Direct Metal Laser Sintering (DMLS) is an additive manufacturing (AM) technology used to build metal parts and prototypes for some of the most demanding applications. It is capable of building highly complex shapes which would be near impossible to make via other methods.
To take full advantage of the capabilities of this metal printing technology, it is important that your 3D model is designed according to a set of recommendations. In this article, we offer a comprehensive guide to the best design practices for DMLS 3D Printing. It gives an overview of the process, design guidelines, and cost reduction tips and tricks.
DMLS use a laser to selectively sinter metal powder to produce metal parts. Much like Selective Laser Sintering (SLS), it produces parts one layer at a time in a controlled, heated environment on industrial-size machines.
Disadvantages of the DMLS Process
|Maximum Build Size||280 x 280 x 280 mm|
|Dimensional Accuracy||±0.3% (with a lower limit of ±0.3 mm)|
|Common Materials||Stainless steel, aluminium alloy, titanium, etc.|
|Surface Structure||Porous structure|
Certain features, such as wall thickness, in DMLS designs can be tricky and differ depending on material selection, orientation, and resolution. Staying within a set of geometric recommendations can help ensure better part quality and a successful print.
Wall thicknesses in metal 3D printing can be tricky and differ, depending on metal material selection, orientation, and resolution. While DMLS can manage very thin walls (as thin as 0.3mm), to reduce the probability of breaking, we do not recommend anything under 0.8. As part of good practice, always add thickness to your models.
Distance Between Features
Because of the heat-dissipating from the laser into the surrounding powder during DMLS, features that are too close to each other may fuse together. It may also result in the creation of a section of unsintered powder stuck between sintered areas. To avoid this, leave a space of at least 0.4-0.5mm between features.
The minimum recommended diameter for a hole is 1 mm. For holes that are not aligned along the build direction, consider using a teardrop hole instead to avoid the need for support.
To reduce material usage and the weight of the finished product, parts can be designed hollow. In most cases, this does not affect a part’s final application. It is important to include escape holes (more than one) in your design to improve the ease of powder removal. At HLH, we recommend a bore hole diameter of 2-5 mm.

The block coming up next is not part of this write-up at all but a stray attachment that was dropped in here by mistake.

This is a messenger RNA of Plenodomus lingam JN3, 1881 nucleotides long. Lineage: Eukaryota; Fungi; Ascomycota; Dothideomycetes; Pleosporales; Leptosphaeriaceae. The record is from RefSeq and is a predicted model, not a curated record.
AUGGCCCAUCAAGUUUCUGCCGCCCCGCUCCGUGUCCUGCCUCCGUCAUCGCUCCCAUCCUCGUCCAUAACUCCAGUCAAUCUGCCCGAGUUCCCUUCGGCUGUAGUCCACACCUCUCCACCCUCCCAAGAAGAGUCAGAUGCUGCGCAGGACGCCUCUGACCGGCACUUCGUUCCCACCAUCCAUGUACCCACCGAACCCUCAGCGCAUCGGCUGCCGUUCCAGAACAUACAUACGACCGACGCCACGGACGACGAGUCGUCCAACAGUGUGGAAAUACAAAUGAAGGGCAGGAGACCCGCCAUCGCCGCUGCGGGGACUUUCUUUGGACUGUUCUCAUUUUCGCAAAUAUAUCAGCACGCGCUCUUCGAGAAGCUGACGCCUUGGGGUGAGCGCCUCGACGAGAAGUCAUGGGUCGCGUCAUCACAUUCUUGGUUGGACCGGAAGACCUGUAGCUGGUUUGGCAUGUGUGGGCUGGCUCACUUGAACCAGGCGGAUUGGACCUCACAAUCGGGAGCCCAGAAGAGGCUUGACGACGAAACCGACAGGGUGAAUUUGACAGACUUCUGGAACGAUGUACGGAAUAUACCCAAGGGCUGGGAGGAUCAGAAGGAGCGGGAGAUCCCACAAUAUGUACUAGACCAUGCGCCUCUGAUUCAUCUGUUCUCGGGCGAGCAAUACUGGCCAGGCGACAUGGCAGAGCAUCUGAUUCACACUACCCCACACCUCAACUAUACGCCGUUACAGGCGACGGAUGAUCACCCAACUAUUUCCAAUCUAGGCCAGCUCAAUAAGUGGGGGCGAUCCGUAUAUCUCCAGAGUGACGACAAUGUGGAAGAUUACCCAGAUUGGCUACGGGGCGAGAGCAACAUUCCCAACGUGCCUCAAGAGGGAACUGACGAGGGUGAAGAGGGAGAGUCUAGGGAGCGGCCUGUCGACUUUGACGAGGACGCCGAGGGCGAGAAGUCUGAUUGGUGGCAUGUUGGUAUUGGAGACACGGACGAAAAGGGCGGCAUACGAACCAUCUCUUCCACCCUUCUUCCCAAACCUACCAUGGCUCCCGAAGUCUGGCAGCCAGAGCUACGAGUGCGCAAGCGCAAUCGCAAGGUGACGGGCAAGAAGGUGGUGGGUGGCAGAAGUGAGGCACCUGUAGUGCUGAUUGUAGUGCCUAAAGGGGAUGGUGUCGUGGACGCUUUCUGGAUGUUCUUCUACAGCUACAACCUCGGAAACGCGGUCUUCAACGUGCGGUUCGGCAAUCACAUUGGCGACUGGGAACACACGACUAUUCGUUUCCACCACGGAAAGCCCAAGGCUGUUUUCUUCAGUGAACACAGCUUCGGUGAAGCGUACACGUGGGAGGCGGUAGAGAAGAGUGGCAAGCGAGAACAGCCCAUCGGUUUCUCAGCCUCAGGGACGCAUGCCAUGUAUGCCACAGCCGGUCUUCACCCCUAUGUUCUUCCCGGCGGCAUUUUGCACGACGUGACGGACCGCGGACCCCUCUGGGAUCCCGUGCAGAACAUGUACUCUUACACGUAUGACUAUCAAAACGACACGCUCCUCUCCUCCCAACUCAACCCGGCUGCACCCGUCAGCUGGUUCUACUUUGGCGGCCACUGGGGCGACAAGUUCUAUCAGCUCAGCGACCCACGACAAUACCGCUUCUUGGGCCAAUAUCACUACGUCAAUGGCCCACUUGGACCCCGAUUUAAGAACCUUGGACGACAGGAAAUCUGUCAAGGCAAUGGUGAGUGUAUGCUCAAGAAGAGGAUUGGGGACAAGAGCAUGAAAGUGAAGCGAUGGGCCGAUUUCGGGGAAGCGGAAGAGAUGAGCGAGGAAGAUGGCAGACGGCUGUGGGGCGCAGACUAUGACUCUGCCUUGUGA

DMLS is fairly limited in its support of overhangs when compared to other 3D printing technologies, such as SLS. Any overhang with length greater than 0.8mm should be accompanied by additional support. When designing overhang angles, the 45-degree angle rule applies. Avoid large overhangs as they can result in a rougher surface finish, decreased resolution or worse, lead to the whole build crashing.
Pins or columns are tall thin features with a circular cross-sectional area. The diameter of a pin can be designed to 0.8mm, but even then risk breaking. The minimum reliable pin diameter is 1mm.
Embossed details must be designed using a minimum height, otherwise, it will not appear visible. Such features should be at least 0.3mm. To ensure embossed details come out nicely, make them larger than the indicated.
Because of the heat-dissipating from the laser into the surrounding powder during DMLS, text and engraved details are at risk of closing up and won’t be visible if not designed with a minimum depth and width. Engraved details should be at least 0.5mm deep and 0.5mm wide.
Summary of Metal 3D Printing Best Design Practices
|Walls||At least 0.8mm thick|
|Distance Between Features||Minimum gap of 0.4mm|
|Holes||Minimum diameter of 1mm|
|Hollow Parts||2-5mm hole diameter|
|Pins||Minimum diameter of 1mm|
|Overhangs||Avoid large overhangs|
|Embossed Details||At least 0.3mm high|
|Engraved Details||At least 0.5mm deep and 0.5mm wide|
DMLS and selective laser melting (SLM) are metal 3D printing processes that share many similarities: both use a laser to selectively fuse metal powder particles together and form parts layer-by-layer. The two terms are often used interchangeably. The main difference is that DMLS sinters the powder, whereas SLM melts the powder. While there are some differences between the two processes, the general rules listed in this DMLS design guide apply to SLM designs.
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Metal AM is often more costly than plastic printing solutions due to the high material, machine, and post-processing costs associated with the process. This section outlines some quick tips and tricks to help reduce the overall cost of your metal printed parts.